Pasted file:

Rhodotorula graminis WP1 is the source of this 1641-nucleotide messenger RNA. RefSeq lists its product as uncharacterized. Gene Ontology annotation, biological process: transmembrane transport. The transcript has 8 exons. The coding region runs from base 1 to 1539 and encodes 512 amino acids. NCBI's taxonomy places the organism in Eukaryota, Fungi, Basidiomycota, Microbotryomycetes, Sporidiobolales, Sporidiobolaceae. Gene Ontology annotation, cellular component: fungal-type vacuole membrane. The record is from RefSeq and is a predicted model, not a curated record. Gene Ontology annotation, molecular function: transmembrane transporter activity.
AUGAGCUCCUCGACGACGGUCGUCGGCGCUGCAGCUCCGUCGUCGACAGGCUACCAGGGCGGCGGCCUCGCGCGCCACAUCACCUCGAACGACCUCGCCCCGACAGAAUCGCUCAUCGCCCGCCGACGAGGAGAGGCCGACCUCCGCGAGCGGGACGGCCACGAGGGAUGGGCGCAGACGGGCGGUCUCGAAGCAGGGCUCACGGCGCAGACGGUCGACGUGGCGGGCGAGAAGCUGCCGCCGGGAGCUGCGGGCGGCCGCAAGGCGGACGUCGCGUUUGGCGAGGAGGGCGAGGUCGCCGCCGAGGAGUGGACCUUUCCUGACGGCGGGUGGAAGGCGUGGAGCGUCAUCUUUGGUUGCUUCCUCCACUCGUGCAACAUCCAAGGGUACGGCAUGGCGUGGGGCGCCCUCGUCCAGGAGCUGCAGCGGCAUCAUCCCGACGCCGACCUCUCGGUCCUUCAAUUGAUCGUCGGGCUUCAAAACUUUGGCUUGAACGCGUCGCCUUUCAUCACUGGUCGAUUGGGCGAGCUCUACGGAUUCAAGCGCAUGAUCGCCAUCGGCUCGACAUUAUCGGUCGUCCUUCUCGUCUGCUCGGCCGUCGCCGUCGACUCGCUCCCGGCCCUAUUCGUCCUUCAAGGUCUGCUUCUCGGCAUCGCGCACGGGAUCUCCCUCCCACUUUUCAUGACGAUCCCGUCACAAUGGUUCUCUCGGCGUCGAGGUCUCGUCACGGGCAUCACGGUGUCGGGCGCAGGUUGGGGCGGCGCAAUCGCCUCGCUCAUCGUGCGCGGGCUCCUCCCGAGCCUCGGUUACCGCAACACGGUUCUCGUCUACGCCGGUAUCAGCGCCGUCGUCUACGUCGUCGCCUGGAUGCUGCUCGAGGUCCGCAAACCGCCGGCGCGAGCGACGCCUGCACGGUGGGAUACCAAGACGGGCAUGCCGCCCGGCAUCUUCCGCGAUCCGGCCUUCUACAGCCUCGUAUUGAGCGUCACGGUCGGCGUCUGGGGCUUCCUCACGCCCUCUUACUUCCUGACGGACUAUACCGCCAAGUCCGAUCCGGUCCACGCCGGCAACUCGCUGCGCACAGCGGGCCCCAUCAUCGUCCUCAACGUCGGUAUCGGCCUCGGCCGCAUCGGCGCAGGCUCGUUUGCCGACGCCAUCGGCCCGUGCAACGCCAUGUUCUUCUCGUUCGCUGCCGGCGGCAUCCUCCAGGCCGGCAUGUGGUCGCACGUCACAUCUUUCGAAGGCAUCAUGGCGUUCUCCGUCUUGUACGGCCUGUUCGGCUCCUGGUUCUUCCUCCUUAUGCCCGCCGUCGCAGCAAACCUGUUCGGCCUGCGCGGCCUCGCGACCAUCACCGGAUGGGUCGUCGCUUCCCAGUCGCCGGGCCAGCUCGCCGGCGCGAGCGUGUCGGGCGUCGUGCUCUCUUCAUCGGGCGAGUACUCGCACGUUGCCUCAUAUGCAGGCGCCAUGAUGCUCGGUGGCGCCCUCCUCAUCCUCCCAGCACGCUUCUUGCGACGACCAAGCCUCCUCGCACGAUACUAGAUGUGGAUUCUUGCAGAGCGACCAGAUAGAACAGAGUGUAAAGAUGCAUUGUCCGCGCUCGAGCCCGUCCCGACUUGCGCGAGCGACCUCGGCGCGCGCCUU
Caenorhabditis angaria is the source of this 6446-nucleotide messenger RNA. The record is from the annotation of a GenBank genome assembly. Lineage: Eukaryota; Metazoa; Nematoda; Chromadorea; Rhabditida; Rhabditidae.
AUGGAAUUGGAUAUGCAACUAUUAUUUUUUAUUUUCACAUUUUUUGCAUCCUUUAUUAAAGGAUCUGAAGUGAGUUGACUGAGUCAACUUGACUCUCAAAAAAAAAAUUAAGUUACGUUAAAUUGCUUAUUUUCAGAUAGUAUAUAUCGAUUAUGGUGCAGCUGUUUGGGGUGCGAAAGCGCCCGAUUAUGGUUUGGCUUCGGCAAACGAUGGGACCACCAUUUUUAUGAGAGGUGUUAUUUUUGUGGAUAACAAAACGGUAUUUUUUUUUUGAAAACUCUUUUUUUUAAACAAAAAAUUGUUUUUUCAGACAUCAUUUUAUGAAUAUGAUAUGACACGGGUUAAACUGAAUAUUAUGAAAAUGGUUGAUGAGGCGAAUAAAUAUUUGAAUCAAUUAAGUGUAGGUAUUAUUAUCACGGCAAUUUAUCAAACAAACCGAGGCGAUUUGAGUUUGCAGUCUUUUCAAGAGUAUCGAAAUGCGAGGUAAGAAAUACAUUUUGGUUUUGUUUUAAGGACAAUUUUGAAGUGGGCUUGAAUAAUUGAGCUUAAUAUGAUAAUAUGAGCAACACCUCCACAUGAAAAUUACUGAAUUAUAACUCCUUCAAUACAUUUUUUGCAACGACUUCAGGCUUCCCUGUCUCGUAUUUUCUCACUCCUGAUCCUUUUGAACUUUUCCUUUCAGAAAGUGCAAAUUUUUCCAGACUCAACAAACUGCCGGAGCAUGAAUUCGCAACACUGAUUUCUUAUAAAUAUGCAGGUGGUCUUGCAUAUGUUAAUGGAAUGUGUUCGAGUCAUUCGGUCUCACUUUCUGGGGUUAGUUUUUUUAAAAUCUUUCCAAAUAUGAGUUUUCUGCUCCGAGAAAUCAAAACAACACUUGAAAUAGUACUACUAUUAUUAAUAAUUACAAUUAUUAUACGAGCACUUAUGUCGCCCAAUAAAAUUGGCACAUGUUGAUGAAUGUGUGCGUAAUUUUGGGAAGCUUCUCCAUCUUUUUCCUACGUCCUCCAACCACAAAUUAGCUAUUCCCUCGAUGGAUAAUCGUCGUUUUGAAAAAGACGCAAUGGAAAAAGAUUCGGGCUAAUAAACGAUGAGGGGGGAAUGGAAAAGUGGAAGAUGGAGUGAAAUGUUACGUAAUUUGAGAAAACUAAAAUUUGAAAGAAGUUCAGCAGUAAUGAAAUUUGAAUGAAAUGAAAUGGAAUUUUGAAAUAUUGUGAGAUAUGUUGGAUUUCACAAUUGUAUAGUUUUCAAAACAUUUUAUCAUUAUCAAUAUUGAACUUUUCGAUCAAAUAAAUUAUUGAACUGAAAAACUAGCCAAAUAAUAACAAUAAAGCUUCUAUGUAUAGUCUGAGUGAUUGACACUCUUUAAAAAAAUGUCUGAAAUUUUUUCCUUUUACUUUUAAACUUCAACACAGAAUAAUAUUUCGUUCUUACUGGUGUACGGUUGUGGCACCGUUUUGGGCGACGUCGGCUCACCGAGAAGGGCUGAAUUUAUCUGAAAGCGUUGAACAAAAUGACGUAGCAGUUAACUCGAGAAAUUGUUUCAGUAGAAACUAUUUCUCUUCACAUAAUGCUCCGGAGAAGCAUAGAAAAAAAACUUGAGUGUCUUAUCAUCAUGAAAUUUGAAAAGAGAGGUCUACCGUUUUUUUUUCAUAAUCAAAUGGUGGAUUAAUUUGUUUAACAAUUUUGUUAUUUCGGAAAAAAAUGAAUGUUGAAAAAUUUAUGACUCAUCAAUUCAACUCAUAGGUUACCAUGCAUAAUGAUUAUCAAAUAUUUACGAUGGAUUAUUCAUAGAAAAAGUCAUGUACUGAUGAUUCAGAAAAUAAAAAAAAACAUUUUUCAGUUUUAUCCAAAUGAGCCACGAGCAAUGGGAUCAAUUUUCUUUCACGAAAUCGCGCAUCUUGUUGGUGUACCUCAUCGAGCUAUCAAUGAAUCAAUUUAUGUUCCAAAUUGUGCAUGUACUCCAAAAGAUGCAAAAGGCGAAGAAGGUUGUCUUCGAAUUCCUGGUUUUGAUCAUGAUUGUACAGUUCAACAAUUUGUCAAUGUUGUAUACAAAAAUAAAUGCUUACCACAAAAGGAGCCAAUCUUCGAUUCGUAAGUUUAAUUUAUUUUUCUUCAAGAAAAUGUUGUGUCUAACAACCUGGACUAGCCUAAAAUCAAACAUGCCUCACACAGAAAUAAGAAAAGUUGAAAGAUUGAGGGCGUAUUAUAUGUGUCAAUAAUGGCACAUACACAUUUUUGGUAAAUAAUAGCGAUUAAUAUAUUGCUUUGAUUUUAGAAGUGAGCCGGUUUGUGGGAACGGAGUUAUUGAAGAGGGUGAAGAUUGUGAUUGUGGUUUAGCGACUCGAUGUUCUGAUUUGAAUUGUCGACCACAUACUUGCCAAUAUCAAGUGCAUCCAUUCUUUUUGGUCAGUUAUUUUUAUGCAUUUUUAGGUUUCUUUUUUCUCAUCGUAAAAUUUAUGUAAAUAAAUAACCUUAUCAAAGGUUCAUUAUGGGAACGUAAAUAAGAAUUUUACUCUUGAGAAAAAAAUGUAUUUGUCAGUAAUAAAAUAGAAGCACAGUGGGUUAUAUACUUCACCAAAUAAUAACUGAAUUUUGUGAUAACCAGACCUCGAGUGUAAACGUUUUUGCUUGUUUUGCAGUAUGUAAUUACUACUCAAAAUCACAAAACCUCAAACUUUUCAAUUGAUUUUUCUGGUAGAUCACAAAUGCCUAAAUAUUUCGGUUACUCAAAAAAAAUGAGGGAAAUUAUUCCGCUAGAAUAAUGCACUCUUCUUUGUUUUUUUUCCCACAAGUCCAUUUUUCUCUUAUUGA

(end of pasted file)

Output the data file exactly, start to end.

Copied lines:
Rhodotorula graminis WP1 is the source of this 1641-nucleotide messenger RNA. RefSeq lists its product as uncharacterized. Gene Ontology annotation, biological process: transmembrane transport. The transcript has 8 exons. The coding region runs from base 1 to 1539 and encodes 512 amino acids. NCBI's taxonomy places the organism in Eukaryota, Fungi, Basidiomycota, Microbotryomycetes, Sporidiobolales, Sporidiobolaceae. Gene Ontology annotation, cellular component: fungal-type vacuole membrane. The record is from RefSeq and is a predicted model, not a curated record. Gene Ontology annotation, molecular function: transmembrane transporter activity.
AUGAGCUCCUCGACGACGGUCGUCGGCGCUGCAGCUCCGUCGUCGACAGGCUACCAGGGCGGCGGCCUCGCGCGCCACAUCACCUCGAACGACCUCGCCCCGACAGAAUCGCUCAUCGCCCGCCGACGAGGAGAGGCCGACCUCCGCGAGCGGGACGGCCACGAGGGAUGGGCGCAGACGGGCGGUCUCGAAGCAGGGCUCACGGCGCAGACGGUCGACGUGGCGGGCGAGAAGCUGCCGCCGGGAGCUGCGGGCGGCCGCAAGGCGGACGUCGCGUUUGGCGAGGAGGGCGAGGUCGCCGCCGAGGAGUGGACCUUUCCUGACGGCGGGUGGAAGGCGUGGAGCGUCAUCUUUGGUUGCUUCCUCCACUCGUGCAACAUCCAAGGGUACGGCAUGGCGUGGGGCGCCCUCGUCCAGGAGCUGCAGCGGCAUCAUCCCGACGCCGACCUCUCGGUCCUUCAAUUGAUCGUCGGGCUUCAAAACUUUGGCUUGAACGCGUCGCCUUUCAUCACUGGUCGAUUGGGCGAGCUCUACGGAUUCAAGCGCAUGAUCGCCAUCGGCUCGACAUUAUCGGUCGUCCUUCUCGUCUGCUCGGCCGUCGCCGUCGACUCGCUCCCGGCCCUAUUCGUCCUUCAAGGUCUGCUUCUCGGCAUCGCGCACGGGAUCUCCCUCCCACUUUUCAUGACGAUCCCGUCACAAUGGUUCUCUCGGCGUCGAGGUCUCGUCACGGGCAUCACGGUGUCGGGCGCAGGUUGGGGCGGCGCAAUCGCCUCGCUCAUCGUGCGCGGGCUCCUCCCGAGCCUCGGUUACCGCAACACGGUUCUCGUCUACGCCGGUAUCAGCGCCGUCGUCUACGUCGUCGCCUGGAUGCUGCUCGAGGUCCGCAAACCGCCGGCGCGAGCGACGCCUGCACGGUGGGAUACCAAGACGGGCAUGCCGCCCGGCAUCUUCCGCGAUCCGGCCUUCUACAGCCUCGUAUUGAGCGUCACGGUCGGCGUCUGGGGCUUCCUCACGCCCUCUUACUUCCUGACGGACUAUACCGCCAAGUCCGAUCCGGUCCACGCCGGCAACUCGCUGCGCACAGCGGGCCCCAUCAUCGUCCUCAACGUCGGUAUCGGCCUCGGCCGCAUCGGCGCAGGCUCGUUUGCCGACGCCAUCGGCCCGUGCAACGCCAUGUUCUUCUCGUUCGCUGCCGGCGGCAUCCUCCAGGCCGGCAUGUGGUCGCACGUCACAUCUUUCGAAGGCAUCAUGGCGUUCUCCGUCUUGUACGGCCUGUUCGGCUCCUGGUUCUUCCUCCUUAUGCCCGCCGUCGCAGCAAACCUGUUCGGCCUGCGCGGCCUCGCGACCAUCACCGGAUGGGUCGUCGCUUCCCAGUCGCCGGGCCAGCUCGCCGGCGCGAGCGUGUCGGGCGUCGUGCUCUCUUCAUCGGGCGAGUACUCGCACGUUGCCUCAUAUGCAGGCGCCAUGAUGCUCGGUGGCGCCCUCCUCAUCCUCCCAGCACGCUUCUUGCGACGACCAAGCCUCCUCGCACGAUACUAGAUGUGGAUUCUUGCAGAGCGACCAGAUAGAACAGAGUGUAAAGAUGCAUUGUCCGCGCUCGAGCCCGUCCCGACUUGCGCGAGCGACCUCGGCGCGCGCCUU
Caenorhabditis angaria is the source of this 6446-nucleotide messenger RNA. The record is from the annotation of a GenBank genome assembly. Lineage: Eukaryota; Metazoa; Nematoda; Chromadorea; Rhabditida; Rhabditidae.
AUGGAAUUGGAUAUGCAACUAUUAUUUUUUAUUUUCACAUUUUUUGCAUCCUUUAUUAAAGGAUCUGAAGUGAGUUGACUGAGUCAACUUGACUCUCAAAAAAAAAAUUAAGUUACGUUAAAUUGCUUAUUUUCAGAUAGUAUAUAUCGAUUAUGGUGCAGCUGUUUGGGGUGCGAAAGCGCCCGAUUAUGGUUUGGCUUCGGCAAACGAUGGGACCACCAUUUUUAUGAGAGGUGUUAUUUUUGUGGAUAACAAAACGGUAUUUUUUUUUUGAAAACUCUUUUUUUUAAACAAAAAAUUGUUUUUUCAGACAUCAUUUUAUGAAUAUGAUAUGACACGGGUUAAACUGAAUAUUAUGAAAAUGGUUGAUGAGGCGAAUAAAUAUUUGAAUCAAUUAAGUGUAGGUAUUAUUAUCACGGCAAUUUAUCAAACAAACCGAGGCGAUUUGAGUUUGCAGUCUUUUCAAGAGUAUCGAAAUGCGAGGUAAGAAAUACAUUUUGGUUUUGUUUUAAGGACAAUUUUGAAGUGGGCUUGAAUAAUUGAGCUUAAUAUGAUAAUAUGAGCAACACCUCCACAUGAAAAUUACUGAAUUAUAACUCCUUCAAUACAUUUUUUGCAACGACUUCAGGCUUCCCUGUCUCGUAUUUUCUCACUCCUGAUCCUUUUGAACUUUUCCUUUCAGAAAGUGCAAAUUUUUCCAGACUCAACAAACUGCCGGAGCAUGAAUUCGCAACACUGAUUUCUUAUAAAUAUGCAGGUGGUCUUGCAUAUGUUAAUGGAAUGUGUUCGAGUCAUUCGGUCUCACUUUCUGGGGUUAGUUUUUUUAAAAUCUUUCCAAAUAUGAGUUUUCUGCUCCGAGAAAUCAAAACAACACUUGAAAUAGUACUACUAUUAUUAAUAAUUACAAUUAUUAUACGAGCACUUAUGUCGCCCAAUAAAAUUGGCACAUGUUGAUGAAUGUGUGCGUAAUUUUGGGAAGCUUCUCCAUCUUUUUCCUACGUCCUCCAACCACAAAUUAGCUAUUCCCUCGAUGGAUAAUCGUCGUUUUGAAAAAGACGCAAUGGAAAAAGAUUCGGGCUAAUAAACGAUGAGGGGGGAAUGGAAAAGUGGAAGAUGGAGUGAAAUGUUACGUAAUUUGAGAAAACUAAAAUUUGAAAGAAGUUCAGCAGUAAUGAAAUUUGAAUGAAAUGAAAUGGAAUUUUGAAAUAUUGUGAGAUAUGUUGGAUUUCACAAUUGUAUAGUUUUCAAAACAUUUUAUCAUUAUCAAUAUUGAACUUUUCGAUCAAAUAAAUUAUUGAACUGAAAAACUAGCCAAAUAAUAACAAUAAAGCUUCUAUGUAUAGUCUGAGUGAUUGACACUCUUUAAAAAAAUGUCUGAAAUUUUUUCCUUUUACUUUUAAACUUCAACACAGAAUAAUAUUUCGUUCUUACUGGUGUACGGUUGUGGCACCGUUUUGGGCGACGUCGGCUCACCGAGAAGGGCUGAAUUUAUCUGAAAGCGUUGAACAAAAUGACGUAGCAGUUAACUCGAGAAAUUGUUUCAGUAGAAACUAUUUCUCUUCACAUAAUGCUCCGGAGAAGCAUAGAAAAAAAACUUGAGUGUCUUAUCAUCAUGAAAUUUGAAAAGAGAGGUCUACCGUUUUUUUUUCAUAAUCAAAUGGUGGAUUAAUUUGUUUAACAAUUUUGUUAUUUCGGAAAAAAAUGAAUGUUGAAAAAUUUAUGACUCAUCAAUUCAACUCAUAGGUUACCAUGCAUAAUGAUUAUCAAAUAUUUACGAUGGAUUAUUCAUAGAAAAAGUCAUGUACUGAUGAUUCAGAAAAUAAAAAAAAACAUUUUUCAGUUUUAUCCAAAUGAGCCACGAGCAAUGGGAUCAAUUUUCUUUCACGAAAUCGCGCAUCUUGUUGGUGUACCUCAUCGAGCUAUCAAUGAAUCAAUUUAUGUUCCAAAUUGUGCAUGUACUCCAAAAGAUGCAAAAGGCGAAGAAGGUUGUCUUCGAAUUCCUGGUUUUGAUCAUGAUUGUACAGUUCAACAAUUUGUCAAUGUUGUAUACAAAAAUAAAUGCUUACCACAAAAGGAGCCAAUCUUCGAUUCGUAAGUUUAAUUUAUUUUUCUUCAAGAAAAUGUUGUGUCUAACAACCUGGACUAGCCUAAAAUCAAACAUGCCUCACACAGAAAUAAGAAAAGUUGAAAGAUUGAGGGCGUAUUAUAUGUGUCAAUAAUGGCACAUACACAUUUUUGGUAAAUAAUAGCGAUUAAUAUAUUGCUUUGAUUUUAGAAGUGAGCCGGUUUGUGGGAACGGAGUUAUUGAAGAGGGUGAAGAUUGUGAUUGUGGUUUAGCGACUCGAUGUUCUGAUUUGAAUUGUCGACCACAUACUUGCCAAUAUCAAGUGCAUCCAUUCUUUUUGGUCAGUUAUUUUUAUGCAUUUUUAGGUUUCUUUUUUCUCAUCGUAAAAUUUAUGUAAAUAAAUAACCUUAUCAAAGGUUCAUUAUGGGAACGUAAAUAAGAAUUUUACUCUUGAGAAAAAAAUGUAUUUGUCAGUAAUAAAAUAGAAGCACAGUGGGUUAUAUACUUCACCAAAUAAUAACUGAAUUUUGUGAUAACCAGACCUCGAGUGUAAACGUUUUUGCUUGUUUUGCAGUAUGUAAUUACUACUCAAAAUCACAAAACCUCAAACUUUUCAAUUGAUUUUUCUGGUAGAUCACAAAUGCCUAAAUAUUUCGGUUACUCAAAAAAAAUGAGGGAAAUUAUUCCGCUAGAAUAAUGCACUCUUCUUUGUUUUUUUUCCCACAAGUCCAUUUUUCUCUUAUUGA